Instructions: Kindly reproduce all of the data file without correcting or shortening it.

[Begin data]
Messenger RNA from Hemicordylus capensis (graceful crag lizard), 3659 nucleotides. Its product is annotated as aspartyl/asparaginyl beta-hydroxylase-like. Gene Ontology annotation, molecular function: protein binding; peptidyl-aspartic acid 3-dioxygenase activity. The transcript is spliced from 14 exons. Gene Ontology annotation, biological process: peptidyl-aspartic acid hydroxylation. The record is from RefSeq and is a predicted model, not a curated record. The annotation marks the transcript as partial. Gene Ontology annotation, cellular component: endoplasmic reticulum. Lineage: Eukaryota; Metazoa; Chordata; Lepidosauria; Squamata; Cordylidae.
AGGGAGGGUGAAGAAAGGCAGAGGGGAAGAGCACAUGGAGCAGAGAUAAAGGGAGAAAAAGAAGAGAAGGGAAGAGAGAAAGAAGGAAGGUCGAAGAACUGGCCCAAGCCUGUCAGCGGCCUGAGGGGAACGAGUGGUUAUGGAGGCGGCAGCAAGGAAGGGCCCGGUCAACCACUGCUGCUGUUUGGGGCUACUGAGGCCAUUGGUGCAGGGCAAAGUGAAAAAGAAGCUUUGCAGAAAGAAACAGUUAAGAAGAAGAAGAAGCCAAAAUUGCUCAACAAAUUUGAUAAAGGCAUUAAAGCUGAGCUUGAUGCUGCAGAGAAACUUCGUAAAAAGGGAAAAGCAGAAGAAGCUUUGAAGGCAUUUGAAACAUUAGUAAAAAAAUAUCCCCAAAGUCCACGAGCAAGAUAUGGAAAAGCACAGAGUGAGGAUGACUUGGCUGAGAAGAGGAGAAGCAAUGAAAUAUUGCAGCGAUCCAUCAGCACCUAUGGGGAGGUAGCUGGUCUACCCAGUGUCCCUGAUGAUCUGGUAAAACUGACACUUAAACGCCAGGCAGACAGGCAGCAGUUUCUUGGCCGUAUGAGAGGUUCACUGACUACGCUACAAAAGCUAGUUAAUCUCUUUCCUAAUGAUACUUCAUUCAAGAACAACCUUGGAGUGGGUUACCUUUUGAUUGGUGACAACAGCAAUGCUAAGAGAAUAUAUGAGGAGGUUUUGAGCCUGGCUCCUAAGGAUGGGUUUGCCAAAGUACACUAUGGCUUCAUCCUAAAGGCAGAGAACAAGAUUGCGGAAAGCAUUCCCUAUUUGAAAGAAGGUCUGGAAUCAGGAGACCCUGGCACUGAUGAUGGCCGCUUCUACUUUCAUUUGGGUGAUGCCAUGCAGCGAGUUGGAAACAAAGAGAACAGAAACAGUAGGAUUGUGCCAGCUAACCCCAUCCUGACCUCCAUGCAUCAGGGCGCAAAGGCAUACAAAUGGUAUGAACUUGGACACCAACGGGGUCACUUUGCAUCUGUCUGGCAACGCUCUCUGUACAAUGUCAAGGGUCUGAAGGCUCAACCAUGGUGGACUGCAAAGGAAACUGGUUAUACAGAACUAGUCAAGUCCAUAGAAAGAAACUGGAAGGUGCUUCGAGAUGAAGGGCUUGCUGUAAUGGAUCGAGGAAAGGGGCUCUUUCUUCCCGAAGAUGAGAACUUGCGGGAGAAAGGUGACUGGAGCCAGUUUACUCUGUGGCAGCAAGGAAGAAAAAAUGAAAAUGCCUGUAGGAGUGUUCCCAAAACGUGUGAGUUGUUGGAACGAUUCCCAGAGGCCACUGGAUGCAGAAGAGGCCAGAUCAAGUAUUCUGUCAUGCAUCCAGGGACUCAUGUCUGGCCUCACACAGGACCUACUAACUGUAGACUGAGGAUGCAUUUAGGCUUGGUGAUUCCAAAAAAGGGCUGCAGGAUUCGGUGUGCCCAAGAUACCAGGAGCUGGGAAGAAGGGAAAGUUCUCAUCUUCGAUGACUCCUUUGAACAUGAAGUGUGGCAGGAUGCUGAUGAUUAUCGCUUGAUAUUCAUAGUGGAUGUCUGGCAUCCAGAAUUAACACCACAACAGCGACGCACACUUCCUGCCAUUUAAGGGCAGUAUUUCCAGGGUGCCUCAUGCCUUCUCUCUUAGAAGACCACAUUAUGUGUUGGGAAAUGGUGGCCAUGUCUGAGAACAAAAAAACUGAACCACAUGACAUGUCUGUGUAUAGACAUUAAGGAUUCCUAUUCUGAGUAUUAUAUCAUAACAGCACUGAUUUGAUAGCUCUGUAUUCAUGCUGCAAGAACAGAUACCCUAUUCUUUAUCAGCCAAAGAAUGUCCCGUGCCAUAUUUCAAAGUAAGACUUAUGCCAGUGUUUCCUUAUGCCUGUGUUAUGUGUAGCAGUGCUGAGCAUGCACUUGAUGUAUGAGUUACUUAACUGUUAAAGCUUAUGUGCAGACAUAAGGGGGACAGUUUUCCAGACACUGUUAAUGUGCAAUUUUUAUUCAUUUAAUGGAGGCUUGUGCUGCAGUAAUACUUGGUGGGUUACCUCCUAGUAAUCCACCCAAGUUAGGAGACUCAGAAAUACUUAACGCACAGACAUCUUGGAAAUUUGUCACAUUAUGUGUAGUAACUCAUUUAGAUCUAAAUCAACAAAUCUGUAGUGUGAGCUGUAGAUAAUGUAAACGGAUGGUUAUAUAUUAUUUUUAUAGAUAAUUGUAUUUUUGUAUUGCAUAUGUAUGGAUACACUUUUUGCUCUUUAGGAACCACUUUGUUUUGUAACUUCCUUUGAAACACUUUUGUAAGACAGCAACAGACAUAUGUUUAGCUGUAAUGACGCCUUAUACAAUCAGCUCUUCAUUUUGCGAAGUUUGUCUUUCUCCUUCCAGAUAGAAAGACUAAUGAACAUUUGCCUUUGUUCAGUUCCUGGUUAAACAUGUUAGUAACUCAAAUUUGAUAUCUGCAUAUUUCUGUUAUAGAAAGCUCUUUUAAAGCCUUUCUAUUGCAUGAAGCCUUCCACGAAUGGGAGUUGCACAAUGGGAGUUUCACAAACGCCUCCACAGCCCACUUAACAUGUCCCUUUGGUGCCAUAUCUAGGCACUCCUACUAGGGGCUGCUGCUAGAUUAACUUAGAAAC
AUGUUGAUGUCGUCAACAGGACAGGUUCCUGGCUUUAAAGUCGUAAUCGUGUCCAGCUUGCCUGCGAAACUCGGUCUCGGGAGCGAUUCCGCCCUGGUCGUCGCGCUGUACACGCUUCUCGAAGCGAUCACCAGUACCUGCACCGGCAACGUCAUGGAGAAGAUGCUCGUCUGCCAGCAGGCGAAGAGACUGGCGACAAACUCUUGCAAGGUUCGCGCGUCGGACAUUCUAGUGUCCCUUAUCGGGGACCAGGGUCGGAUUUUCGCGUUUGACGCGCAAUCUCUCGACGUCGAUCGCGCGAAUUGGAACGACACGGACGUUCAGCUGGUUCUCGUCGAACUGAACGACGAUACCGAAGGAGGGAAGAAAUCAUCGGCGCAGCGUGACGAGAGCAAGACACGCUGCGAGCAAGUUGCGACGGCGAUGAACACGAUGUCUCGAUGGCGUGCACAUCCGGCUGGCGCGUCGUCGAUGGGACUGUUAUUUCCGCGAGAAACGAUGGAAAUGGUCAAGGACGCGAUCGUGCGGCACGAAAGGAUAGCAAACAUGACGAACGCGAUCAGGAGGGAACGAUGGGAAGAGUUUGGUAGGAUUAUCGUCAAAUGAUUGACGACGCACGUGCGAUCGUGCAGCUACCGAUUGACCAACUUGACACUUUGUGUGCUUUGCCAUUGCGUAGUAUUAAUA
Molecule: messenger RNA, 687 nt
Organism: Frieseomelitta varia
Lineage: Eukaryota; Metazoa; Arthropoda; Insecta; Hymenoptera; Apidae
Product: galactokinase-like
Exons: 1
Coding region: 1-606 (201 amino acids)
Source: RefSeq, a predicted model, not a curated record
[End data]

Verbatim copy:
Messenger RNA from Hemicordylus capensis (graceful crag lizard), 3659 nucleotides. Its product is annotated as aspartyl/asparaginyl beta-hydroxylase-like. Gene Ontology annotation, molecular function: protein binding; peptidyl-aspartic acid 3-dioxygenase activity. The transcript is spliced from 14 exons. Gene Ontology annotation, biological process: peptidyl-aspartic acid hydroxylation. The record is from RefSeq and is a predicted model, not a curated record. The annotation marks the transcript as partial. Gene Ontology annotation, cellular component: endoplasmic reticulum. Lineage: Eukaryota; Metazoa; Chordata; Lepidosauria; Squamata; Cordylidae.
AGGGAGGGUGAAGAAAGGCAGAGGGGAAGAGCACAUGGAGCAGAGAUAAAGGGAGAAAAAGAAGAGAAGGGAAGAGAGAAAGAAGGAAGGUCGAAGAACUGGCCCAAGCCUGUCAGCGGCCUGAGGGGAACGAGUGGUUAUGGAGGCGGCAGCAAGGAAGGGCCCGGUCAACCACUGCUGCUGUUUGGGGCUACUGAGGCCAUUGGUGCAGGGCAAAGUGAAAAAGAAGCUUUGCAGAAAGAAACAGUUAAGAAGAAGAAGAAGCCAAAAUUGCUCAACAAAUUUGAUAAAGGCAUUAAAGCUGAGCUUGAUGCUGCAGAGAAACUUCGUAAAAAGGGAAAAGCAGAAGAAGCUUUGAAGGCAUUUGAAACAUUAGUAAAAAAAUAUCCCCAAAGUCCACGAGCAAGAUAUGGAAAAGCACAGAGUGAGGAUGACUUGGCUGAGAAGAGGAGAAGCAAUGAAAUAUUGCAGCGAUCCAUCAGCACCUAUGGGGAGGUAGCUGGUCUACCCAGUGUCCCUGAUGAUCUGGUAAAACUGACACUUAAACGCCAGGCAGACAGGCAGCAGUUUCUUGGCCGUAUGAGAGGUUCACUGACUACGCUACAAAAGCUAGUUAAUCUCUUUCCUAAUGAUACUUCAUUCAAGAACAACCUUGGAGUGGGUUACCUUUUGAUUGGUGACAACAGCAAUGCUAAGAGAAUAUAUGAGGAGGUUUUGAGCCUGGCUCCUAAGGAUGGGUUUGCCAAAGUACACUAUGGCUUCAUCCUAAAGGCAGAGAACAAGAUUGCGGAAAGCAUUCCCUAUUUGAAAGAAGGUCUGGAAUCAGGAGACCCUGGCACUGAUGAUGGCCGCUUCUACUUUCAUUUGGGUGAUGCCAUGCAGCGAGUUGGAAACAAAGAGAACAGAAACAGUAGGAUUGUGCCAGCUAACCCCAUCCUGACCUCCAUGCAUCAGGGCGCAAAGGCAUACAAAUGGUAUGAACUUGGACACCAACGGGGUCACUUUGCAUCUGUCUGGCAACGCUCUCUGUACAAUGUCAAGGGUCUGAAGGCUCAACCAUGGUGGACUGCAAAGGAAACUGGUUAUACAGAACUAGUCAAGUCCAUAGAAAGAAACUGGAAGGUGCUUCGAGAUGAAGGGCUUGCUGUAAUGGAUCGAGGAAAGGGGCUCUUUCUUCCCGAAGAUGAGAACUUGCGGGAGAAAGGUGACUGGAGCCAGUUUACUCUGUGGCAGCAAGGAAGAAAAAAUGAAAAUGCCUGUAGGAGUGUUCCCAAAACGUGUGAGUUGUUGGAACGAUUCCCAGAGGCCACUGGAUGCAGAAGAGGCCAGAUCAAGUAUUCUGUCAUGCAUCCAGGGACUCAUGUCUGGCCUCACACAGGACCUACUAACUGUAGACUGAGGAUGCAUUUAGGCUUGGUGAUUCCAAAAAAGGGCUGCAGGAUUCGGUGUGCCCAAGAUACCAGGAGCUGGGAAGAAGGGAAAGUUCUCAUCUUCGAUGACUCCUUUGAACAUGAAGUGUGGCAGGAUGCUGAUGAUUAUCGCUUGAUAUUCAUAGUGGAUGUCUGGCAUCCAGAAUUAACACCACAACAGCGACGCACACUUCCUGCCAUUUAAGGGCAGUAUUUCCAGGGUGCCUCAUGCCUUCUCUCUUAGAAGACCACAUUAUGUGUUGGGAAAUGGUGGCCAUGUCUGAGAACAAAAAAACUGAACCACAUGACAUGUCUGUGUAUAGACAUUAAGGAUUCCUAUUCUGAGUAUUAUAUCAUAACAGCACUGAUUUGAUAGCUCUGUAUUCAUGCUGCAAGAACAGAUACCCUAUUCUUUAUCAGCCAAAGAAUGUCCCGUGCCAUAUUUCAAAGUAAGACUUAUGCCAGUGUUUCCUUAUGCCUGUGUUAUGUGUAGCAGUGCUGAGCAUGCACUUGAUGUAUGAGUUACUUAACUGUUAAAGCUUAUGUGCAGACAUAAGGGGGACAGUUUUCCAGACACUGUUAAUGUGCAAUUUUUAUUCAUUUAAUGGAGGCUUGUGCUGCAGUAAUACUUGGUGGGUUACCUCCUAGUAAUCCACCCAAGUUAGGAGACUCAGAAAUACUUAACGCACAGACAUCUUGGAAAUUUGUCACAUUAUGUGUAGUAACUCAUUUAGAUCUAAAUCAACAAAUCUGUAGUGUGAGCUGUAGAUAAUGUAAACGGAUGGUUAUAUAUUAUUUUUAUAGAUAAUUGUAUUUUUGUAUUGCAUAUGUAUGGAUACACUUUUUGCUCUUUAGGAACCACUUUGUUUUGUAACUUCCUUUGAAACACUUUUGUAAGACAGCAACAGACAUAUGUUUAGCUGUAAUGACGCCUUAUACAAUCAGCUCUUCAUUUUGCGAAGUUUGUCUUUCUCCUUCCAGAUAGAAAGACUAAUGAACAUUUGCCUUUGUUCAGUUCCUGGUUAAACAUGUUAGUAACUCAAAUUUGAUAUCUGCAUAUUUCUGUUAUAGAAAGCUCUUUUAAAGCCUUUCUAUUGCAUGAAGCCUUCCACGAAUGGGAGUUGCACAAUGGGAGUUUCACAAACGCCUCCACAGCCCACUUAACAUGUCCCUUUGGUGCCAUAUCUAGGCACUCCUACUAGGGGCUGCUGCUAGAUUAACUUAGAAAC
AUGUUGAUGUCGUCAACAGGACAGGUUCCUGGCUUUAAAGUCGUAAUCGUGUCCAGCUUGCCUGCGAAACUCGGUCUCGGGAGCGAUUCCGCCCUGGUCGUCGCGCUGUACACGCUUCUCGAAGCGAUCACCAGUACCUGCACCGGCAACGUCAUGGAGAAGAUGCUCGUCUGCCAGCAGGCGAAGAGACUGGCGACAAACUCUUGCAAGGUUCGCGCGUCGGACAUUCUAGUGUCCCUUAUCGGGGACCAGGGUCGGAUUUUCGCGUUUGACGCGCAAUCUCUCGACGUCGAUCGCGCGAAUUGGAACGACACGGACGUUCAGCUGGUUCUCGUCGAACUGAACGACGAUACCGAAGGAGGGAAGAAAUCAUCGGCGCAGCGUGACGAGAGCAAGACACGCUGCGAGCAAGUUGCGACGGCGAUGAACACGAUGUCUCGAUGGCGUGCACAUCCGGCUGGCGCGUCGUCGAUGGGACUGUUAUUUCCGCGAGAAACGAUGGAAAUGGUCAAGGACGCGAUCGUGCGGCACGAAAGGAUAGCAAACAUGACGAACGCGAUCAGGAGGGAACGAUGGGAAGAGUUUGGUAGGAUUAUCGUCAAAUGAUUGACGACGCACGUGCGAUCGUGCAGCUACCGAUUGACCAACUUGACACUUUGUGUGCUUUGCCAUUGCGUAGUAUUAAUA
Molecule: messenger RNA, 687 nt
Organism: Frieseomelitta varia
Lineage: Eukaryota; Metazoa; Arthropoda; Insecta; Hymenoptera; Apidae
Product: galactokinase-like
Exons: 1
Coding region: 1-606 (201 amino acids)
Source: RefSeq, a predicted model, not a curated record